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Pathophysiological Modeling of Obsessive-Compulsive Disorder: Challenges, and Progress

  • Christopher Pittenger
    Correspondence
    Address correspondence to Christopher Pittenger, M.D., Ph.D., Director, Yale OCD Research Clinic, Assistant Professor of Psychiatry, Yale University School of Medicine, 34 Park St, W315, New Haven, Connecticut 06519
    Affiliations
    Department of Psychiatry, Yale University School of Medicine, New Haven, Connecticut
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      Animal models of disease can enormously advance our understanding of pathophysiology and the development of new treatments. Insight into Parkinson's disease, for example, has been greatly advanced by the demonstration that recapitulating pathologic degeneration of substantia nigra dopaminergic neurons produces behavioral changes reminiscent of the disorder and by subsequent pathophysiologic and therapeutic investigations in this model (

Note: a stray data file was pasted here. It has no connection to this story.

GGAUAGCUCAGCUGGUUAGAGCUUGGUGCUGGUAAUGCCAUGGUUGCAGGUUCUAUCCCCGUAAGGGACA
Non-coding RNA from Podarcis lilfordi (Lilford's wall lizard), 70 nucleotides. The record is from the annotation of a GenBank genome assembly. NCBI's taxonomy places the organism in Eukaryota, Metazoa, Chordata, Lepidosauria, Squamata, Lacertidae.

• Harvey B.K.
      • Richie C.T.
      • Hoffer B.J.
      • Airavaara M.
      Transgenic animal models of neurodegeneration based on human genetic studies.
      ). Genetic models of Alzheimer's and Huntington's diseases have likewise been enormously fruitful in shining light on the pathophysiology of these conditions and identifying new therapeutic targets (
      • Harvey B.K.
      • Richie C.T.
      • Hoffer B.J.
      • Airavaara M.
      Transgenic animal models of neurodegeneration based on human genetic studies.
      ). Modeling of most psychiatric conditions has proven much more difficult, which has retarded the development of novel, pathophysiologically informed therapeutics (
      • Nestler E.J.
      • Hyman S.E.
      Animal models of neuropsychiatric disorders.
      ). The challenges to this project can be conceptualized in terms of the three ways that such models are traditionally evaluated.
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